We set off a couple of weeks ago to Legaspi, about an hour flight away from Manila and home to the very visible, omnipresent Mount Mayon, an active volcano. I was taking a group of 40+ people to see the gentle, giant whale sharks that pass through the Philippines at this time of year. But I’m starting this post with Mount Mayon as its the first and last thing you see in Legaspi. And it watched us all day as we hunted for the whales. Its renowned for its perfect cone shape, and has erupted quite often in recent years. This was the best picture I took as other days the clouds obscured the summit.
About an hour ride away from Legaspi, is the town of Donsol, where we stayed at the Vitton Resort. There’s no much there except for a small town, and a resort built around the tourism from the Whales. After a really early start, we arrived at the resort around 11am and headed out immediately for the first watch of the day. Everyone was put in groups of about six on to traditional filipino bancas. I was quite surprised how large and comfortable they were compared to other bancas I’ve been on, and there was plenty of room for six Western-sized passengers. Plus we had a crew of four or five: a captain, a spotter, a Butanding Interaction Officer (official tourist guide, Butanding being the filipino word for Whale Shark) and one or two lifeguards depending on the composition of the group. The BIO guy gave everyone the swimming protocol, which involved listening to him, reacting promptly and avoiding the uncovered rudder underwater. The spotter’s job was to spot the whales, although it was my impression they spent a lot of time watching each other too. There was some secret signaling system where one spotter would see the shadow of a shark and all the other boats would be alert and head over, full speed, to that location.
On that first day it didn’t happen very often. We were out at sea for three hours, just puttering up and down the coast, watching another 25 boats doing the same thing. We had a potential sighting twice, but the boats scared the shark away. After a while, my eyelids started to get very heavy, and along with the 4.45am start, and the gentle putt-putt-putt of the engine, my eyes closed and I drifted into a nap. So not much happened, but it was relaxing, good to be away from Manila and out at sea.
The next day I was primed for a really early start, as with nature, an early start is always best, right? Well, not so here. The word from the last few days had been that the later departures were seeing better sightings, and the whales were affected by other forces such as tides and the weather. So, our departure was scheduled for 10.30am, and true to the recent pattern, the day was much more active. After only half an hour the sightings began and ran continuously for the remainder of the three hours we were at sea. A call would go out and all the boats would race over to the sighting:
It got pretty congested at times. I saw more than one game of chicken, as boats vied for maneuvering space in such close quarters.
Once the call had gone out for a sighting, the boatman put the engine on its highest speed and, as we raced over, our group had to get ready to jump in the sea. On went the snorkeling gear and flippers, and at the BIO’s call, we settled on the side of the boat ready to jump in:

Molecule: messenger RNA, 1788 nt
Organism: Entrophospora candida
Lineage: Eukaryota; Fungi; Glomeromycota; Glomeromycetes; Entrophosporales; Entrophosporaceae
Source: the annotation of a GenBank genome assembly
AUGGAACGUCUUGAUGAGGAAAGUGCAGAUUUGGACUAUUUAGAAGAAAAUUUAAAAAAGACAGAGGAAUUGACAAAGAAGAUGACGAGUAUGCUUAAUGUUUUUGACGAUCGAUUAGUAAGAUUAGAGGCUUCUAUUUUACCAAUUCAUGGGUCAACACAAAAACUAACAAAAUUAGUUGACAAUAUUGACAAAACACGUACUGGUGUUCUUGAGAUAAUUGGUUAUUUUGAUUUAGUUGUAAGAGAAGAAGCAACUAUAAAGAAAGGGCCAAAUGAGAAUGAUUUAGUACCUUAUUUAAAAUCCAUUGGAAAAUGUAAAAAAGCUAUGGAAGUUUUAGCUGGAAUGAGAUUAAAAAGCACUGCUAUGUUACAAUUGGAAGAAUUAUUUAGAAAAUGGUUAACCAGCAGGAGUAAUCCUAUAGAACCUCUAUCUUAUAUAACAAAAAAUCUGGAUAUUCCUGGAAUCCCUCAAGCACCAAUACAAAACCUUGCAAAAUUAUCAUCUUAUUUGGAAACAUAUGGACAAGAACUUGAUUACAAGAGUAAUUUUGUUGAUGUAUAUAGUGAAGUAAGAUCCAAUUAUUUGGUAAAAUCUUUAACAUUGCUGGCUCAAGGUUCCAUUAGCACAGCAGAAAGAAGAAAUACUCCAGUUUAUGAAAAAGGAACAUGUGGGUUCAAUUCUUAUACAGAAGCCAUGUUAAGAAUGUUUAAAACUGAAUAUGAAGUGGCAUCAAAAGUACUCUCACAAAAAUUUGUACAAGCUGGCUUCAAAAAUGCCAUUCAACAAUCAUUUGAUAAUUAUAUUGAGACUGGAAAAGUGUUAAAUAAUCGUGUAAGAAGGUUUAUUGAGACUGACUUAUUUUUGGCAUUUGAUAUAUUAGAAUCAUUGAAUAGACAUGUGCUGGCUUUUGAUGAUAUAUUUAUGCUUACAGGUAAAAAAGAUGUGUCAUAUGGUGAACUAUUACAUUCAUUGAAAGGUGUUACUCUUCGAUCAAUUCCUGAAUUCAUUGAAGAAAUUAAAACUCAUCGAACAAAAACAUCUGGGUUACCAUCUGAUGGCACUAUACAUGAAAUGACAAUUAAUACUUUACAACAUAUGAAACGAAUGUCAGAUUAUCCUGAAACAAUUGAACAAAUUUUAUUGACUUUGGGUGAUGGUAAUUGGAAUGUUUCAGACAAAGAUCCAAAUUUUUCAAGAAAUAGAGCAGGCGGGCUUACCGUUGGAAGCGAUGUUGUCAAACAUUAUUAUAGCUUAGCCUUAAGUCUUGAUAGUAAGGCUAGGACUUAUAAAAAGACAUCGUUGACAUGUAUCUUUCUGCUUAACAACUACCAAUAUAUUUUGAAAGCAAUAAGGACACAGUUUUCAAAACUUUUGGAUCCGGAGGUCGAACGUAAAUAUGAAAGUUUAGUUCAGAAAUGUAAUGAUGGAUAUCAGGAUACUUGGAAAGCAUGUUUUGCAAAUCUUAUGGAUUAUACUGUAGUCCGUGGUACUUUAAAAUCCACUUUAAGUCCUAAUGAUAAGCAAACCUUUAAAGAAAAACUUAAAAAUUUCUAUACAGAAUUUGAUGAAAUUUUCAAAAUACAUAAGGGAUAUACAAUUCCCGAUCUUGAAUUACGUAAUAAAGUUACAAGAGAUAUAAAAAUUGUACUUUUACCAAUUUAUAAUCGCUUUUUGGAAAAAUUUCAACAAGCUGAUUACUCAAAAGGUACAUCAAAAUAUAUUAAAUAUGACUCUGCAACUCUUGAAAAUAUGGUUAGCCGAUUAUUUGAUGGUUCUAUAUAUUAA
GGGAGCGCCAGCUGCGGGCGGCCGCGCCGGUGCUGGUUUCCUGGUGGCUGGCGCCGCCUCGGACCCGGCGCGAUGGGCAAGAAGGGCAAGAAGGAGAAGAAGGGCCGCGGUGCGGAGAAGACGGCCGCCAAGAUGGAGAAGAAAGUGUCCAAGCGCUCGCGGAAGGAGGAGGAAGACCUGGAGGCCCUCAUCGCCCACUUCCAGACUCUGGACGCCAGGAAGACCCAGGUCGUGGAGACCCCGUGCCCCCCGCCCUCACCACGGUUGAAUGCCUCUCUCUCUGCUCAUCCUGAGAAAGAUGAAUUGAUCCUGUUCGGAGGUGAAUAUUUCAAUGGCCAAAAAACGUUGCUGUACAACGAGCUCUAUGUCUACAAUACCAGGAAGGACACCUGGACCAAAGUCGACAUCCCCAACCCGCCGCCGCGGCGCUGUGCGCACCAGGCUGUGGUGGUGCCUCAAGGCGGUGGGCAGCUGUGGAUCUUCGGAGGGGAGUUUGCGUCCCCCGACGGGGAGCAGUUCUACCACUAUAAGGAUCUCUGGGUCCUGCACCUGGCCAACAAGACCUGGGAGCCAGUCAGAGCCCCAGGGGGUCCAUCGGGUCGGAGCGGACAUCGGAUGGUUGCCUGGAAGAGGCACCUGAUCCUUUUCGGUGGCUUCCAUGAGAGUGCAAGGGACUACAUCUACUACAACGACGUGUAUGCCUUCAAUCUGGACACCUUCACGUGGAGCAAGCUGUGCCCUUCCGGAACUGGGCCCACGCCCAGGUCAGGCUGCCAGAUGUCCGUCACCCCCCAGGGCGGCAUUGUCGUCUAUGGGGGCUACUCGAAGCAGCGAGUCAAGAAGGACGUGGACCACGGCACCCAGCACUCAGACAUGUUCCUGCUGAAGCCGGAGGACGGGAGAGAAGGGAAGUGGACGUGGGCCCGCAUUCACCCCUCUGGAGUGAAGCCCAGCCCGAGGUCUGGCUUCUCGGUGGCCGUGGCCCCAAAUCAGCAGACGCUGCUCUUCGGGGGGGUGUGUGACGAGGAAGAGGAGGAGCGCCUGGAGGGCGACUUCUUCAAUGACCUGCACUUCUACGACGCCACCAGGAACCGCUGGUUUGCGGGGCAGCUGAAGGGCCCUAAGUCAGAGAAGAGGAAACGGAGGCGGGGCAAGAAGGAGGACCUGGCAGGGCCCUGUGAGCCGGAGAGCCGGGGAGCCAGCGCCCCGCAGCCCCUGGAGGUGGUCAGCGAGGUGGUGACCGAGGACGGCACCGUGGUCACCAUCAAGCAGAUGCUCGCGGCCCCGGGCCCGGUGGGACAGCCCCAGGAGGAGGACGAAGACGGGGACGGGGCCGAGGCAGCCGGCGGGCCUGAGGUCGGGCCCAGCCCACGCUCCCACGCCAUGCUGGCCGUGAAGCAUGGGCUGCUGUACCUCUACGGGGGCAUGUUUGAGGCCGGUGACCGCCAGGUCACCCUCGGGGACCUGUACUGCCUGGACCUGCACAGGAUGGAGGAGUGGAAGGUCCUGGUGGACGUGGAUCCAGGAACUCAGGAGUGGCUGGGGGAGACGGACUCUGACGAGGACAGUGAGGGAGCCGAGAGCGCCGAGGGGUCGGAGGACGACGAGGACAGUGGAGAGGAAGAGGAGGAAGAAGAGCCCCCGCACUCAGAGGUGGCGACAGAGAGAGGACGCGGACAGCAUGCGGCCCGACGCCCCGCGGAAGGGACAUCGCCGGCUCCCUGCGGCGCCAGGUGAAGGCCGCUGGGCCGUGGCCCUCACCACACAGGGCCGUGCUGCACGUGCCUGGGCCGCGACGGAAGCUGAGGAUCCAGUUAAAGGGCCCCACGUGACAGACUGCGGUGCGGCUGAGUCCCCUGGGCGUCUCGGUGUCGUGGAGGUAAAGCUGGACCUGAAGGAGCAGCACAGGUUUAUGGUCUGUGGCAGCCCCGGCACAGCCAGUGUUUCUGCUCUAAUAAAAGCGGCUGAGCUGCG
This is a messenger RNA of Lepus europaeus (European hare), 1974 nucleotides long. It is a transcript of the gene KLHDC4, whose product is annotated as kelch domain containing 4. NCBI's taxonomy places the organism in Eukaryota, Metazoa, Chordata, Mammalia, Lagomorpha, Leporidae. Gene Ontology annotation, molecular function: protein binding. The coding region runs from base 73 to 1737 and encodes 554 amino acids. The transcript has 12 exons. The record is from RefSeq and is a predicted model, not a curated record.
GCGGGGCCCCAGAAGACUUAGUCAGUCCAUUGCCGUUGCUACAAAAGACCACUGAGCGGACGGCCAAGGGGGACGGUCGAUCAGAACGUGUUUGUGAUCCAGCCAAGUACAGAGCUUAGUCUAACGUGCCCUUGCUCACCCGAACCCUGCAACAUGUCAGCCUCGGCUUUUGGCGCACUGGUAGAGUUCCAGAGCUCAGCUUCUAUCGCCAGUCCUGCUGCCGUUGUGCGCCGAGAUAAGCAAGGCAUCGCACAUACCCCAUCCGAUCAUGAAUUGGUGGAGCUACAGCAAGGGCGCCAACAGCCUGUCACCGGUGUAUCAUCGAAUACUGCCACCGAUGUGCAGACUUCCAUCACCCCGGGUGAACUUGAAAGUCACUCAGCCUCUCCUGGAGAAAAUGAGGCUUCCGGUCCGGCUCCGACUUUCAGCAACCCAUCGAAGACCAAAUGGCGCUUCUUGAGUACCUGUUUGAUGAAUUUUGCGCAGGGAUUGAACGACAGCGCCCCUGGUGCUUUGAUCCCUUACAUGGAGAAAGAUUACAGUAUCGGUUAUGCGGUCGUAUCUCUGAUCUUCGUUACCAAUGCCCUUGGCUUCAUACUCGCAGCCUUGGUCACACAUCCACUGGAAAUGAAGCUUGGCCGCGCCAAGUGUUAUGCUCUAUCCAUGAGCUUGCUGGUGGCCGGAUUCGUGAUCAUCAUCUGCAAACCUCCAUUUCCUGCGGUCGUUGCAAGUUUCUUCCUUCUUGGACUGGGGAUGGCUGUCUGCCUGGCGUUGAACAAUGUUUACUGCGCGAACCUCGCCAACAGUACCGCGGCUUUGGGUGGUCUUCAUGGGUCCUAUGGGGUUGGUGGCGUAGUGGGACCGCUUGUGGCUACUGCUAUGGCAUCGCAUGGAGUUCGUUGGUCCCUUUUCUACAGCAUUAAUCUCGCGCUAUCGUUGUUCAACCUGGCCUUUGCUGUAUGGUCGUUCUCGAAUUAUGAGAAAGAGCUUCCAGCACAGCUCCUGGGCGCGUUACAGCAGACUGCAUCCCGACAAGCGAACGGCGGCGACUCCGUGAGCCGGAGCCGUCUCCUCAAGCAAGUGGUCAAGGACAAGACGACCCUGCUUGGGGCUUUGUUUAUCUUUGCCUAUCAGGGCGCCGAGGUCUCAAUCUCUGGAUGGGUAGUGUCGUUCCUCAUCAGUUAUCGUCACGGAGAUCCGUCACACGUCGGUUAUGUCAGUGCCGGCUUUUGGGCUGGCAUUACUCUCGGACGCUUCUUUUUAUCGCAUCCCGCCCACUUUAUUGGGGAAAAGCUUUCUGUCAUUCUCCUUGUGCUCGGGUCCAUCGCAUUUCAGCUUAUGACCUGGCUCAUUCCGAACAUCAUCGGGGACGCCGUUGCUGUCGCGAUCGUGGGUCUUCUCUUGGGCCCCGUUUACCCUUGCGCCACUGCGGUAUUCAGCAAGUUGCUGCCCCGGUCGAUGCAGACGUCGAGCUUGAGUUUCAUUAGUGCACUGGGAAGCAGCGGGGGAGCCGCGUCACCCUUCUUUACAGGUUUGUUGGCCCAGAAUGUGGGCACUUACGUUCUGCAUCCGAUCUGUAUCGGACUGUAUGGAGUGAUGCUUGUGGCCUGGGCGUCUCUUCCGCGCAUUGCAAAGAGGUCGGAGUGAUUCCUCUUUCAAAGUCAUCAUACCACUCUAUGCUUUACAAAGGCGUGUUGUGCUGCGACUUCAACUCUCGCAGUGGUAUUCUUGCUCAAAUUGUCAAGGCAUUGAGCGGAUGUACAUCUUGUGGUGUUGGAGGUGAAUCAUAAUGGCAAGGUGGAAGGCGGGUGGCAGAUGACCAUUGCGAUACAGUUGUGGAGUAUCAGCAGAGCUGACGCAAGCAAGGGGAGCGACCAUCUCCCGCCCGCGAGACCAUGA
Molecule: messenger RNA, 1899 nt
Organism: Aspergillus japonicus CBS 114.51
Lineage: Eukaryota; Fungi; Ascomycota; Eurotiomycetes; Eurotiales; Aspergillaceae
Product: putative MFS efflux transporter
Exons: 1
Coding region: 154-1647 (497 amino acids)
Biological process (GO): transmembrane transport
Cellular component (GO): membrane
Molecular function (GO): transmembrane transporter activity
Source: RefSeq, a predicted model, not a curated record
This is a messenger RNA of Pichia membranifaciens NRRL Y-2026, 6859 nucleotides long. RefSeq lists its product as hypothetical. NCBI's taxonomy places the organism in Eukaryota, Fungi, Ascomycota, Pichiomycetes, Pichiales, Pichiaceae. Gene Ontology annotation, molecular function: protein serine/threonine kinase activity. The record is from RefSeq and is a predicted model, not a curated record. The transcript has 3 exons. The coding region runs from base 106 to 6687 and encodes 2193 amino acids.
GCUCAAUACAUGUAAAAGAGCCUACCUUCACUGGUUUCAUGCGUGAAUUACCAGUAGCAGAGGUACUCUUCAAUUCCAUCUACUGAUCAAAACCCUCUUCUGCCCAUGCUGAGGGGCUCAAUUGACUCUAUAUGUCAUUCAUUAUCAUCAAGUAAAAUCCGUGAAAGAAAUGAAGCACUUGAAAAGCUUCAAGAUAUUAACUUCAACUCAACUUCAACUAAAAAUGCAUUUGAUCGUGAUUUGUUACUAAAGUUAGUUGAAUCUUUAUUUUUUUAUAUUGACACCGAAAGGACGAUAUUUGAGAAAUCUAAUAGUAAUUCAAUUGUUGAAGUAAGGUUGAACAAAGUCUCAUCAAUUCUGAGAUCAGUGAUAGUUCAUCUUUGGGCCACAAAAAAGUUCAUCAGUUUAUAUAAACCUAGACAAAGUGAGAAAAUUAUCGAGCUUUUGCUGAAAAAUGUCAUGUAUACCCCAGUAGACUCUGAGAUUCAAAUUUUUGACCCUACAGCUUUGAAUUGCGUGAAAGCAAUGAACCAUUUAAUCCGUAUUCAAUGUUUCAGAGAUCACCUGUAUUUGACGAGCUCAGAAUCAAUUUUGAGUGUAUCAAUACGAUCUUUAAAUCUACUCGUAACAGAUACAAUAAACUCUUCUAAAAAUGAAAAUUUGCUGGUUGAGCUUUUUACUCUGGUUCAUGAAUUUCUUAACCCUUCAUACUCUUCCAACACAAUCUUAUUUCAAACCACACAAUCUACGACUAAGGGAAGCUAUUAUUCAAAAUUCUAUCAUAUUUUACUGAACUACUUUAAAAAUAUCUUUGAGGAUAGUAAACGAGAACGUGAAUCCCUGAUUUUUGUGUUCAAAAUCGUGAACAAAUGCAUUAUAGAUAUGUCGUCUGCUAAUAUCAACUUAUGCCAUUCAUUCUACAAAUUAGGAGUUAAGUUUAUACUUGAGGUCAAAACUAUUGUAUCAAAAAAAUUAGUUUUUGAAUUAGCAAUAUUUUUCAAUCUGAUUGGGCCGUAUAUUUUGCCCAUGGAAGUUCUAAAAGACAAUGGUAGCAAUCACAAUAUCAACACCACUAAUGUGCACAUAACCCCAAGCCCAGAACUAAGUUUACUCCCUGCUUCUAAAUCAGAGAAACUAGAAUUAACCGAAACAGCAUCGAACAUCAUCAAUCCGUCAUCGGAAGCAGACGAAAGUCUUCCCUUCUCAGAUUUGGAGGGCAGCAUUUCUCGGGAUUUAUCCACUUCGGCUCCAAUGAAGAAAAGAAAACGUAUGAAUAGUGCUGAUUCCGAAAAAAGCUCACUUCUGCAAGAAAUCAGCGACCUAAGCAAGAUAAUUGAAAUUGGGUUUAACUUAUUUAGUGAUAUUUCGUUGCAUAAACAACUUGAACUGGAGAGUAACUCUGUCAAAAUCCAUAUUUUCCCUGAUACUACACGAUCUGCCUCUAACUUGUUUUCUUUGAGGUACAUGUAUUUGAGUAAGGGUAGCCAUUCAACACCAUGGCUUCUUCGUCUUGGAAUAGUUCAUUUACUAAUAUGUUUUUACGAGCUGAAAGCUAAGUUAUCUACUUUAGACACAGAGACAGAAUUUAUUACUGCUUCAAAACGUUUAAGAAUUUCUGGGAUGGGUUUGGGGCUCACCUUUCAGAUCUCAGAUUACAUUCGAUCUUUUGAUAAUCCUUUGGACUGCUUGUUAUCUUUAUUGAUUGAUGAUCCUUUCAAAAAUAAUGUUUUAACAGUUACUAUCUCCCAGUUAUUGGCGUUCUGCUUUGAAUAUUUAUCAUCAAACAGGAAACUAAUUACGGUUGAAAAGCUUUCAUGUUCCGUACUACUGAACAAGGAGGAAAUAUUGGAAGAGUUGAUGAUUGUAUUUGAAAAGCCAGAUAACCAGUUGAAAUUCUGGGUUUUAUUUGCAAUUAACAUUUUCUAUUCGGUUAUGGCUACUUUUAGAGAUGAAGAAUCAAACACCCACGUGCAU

Then the BIO guy gives the signal to jump! The boat is still moving and you hit the water running so to speak. The water was quite choppy and the visibility was limited, because of the high concentration of plankton in the water that attracts them to the area. I was still trying to figure out which way to go when one the lifeguards grabbed me by the arm, pointing ahead and telling me to swim hard. Just as I got my face in the water, I saw it. I huge,spotted mass, swimming a few feet underneath him. I was able to keep up with him for about 30 seconds before he out swam me and disappeared into the cloudy water. Thanks to him, I was the first person to see a whale from our boat.
It was an amazing day, very active and a little dangerous. I could see the safety efforts were in place, but it was all too easy to get hit by a beam or someone else’s boat. It was the very definition of organized chaos. Here’s a little video that captures the sheer excitement/coordination/and chaos of it all:
So what’s all the fuss about? I didn’t have an underwater camera, nor the skills to capture what I saw while I was working so hard at staying up with the whale. But from others pictures on the internet, this most closely represents what it looks like when you’re out there:
I’m also including this heavily photoshopped image from a tourist site somewhere, as it gives a good impression of the animals size in relation to a man.
I highly recommend the experience, but its not a passive activity. You are beat by the end of the day! The Butanding Tourist Office is a laudable attempt to put controls in place for both the whales welfare and the tourist’s safety. I never felt mobbed or mistreated and we weren’t treated like cattle. However, some of their own rules were being broken regarding the number of boats per whale because sightings have gone down in recent years, and I worry that so many boats make the experience less safe for us, less attractive for the whales, and potentially unsustainable if sightings continue to drop because of other environmental challenges. But at least some effort is being made to balance the needs of man and nature. An amazing weekend.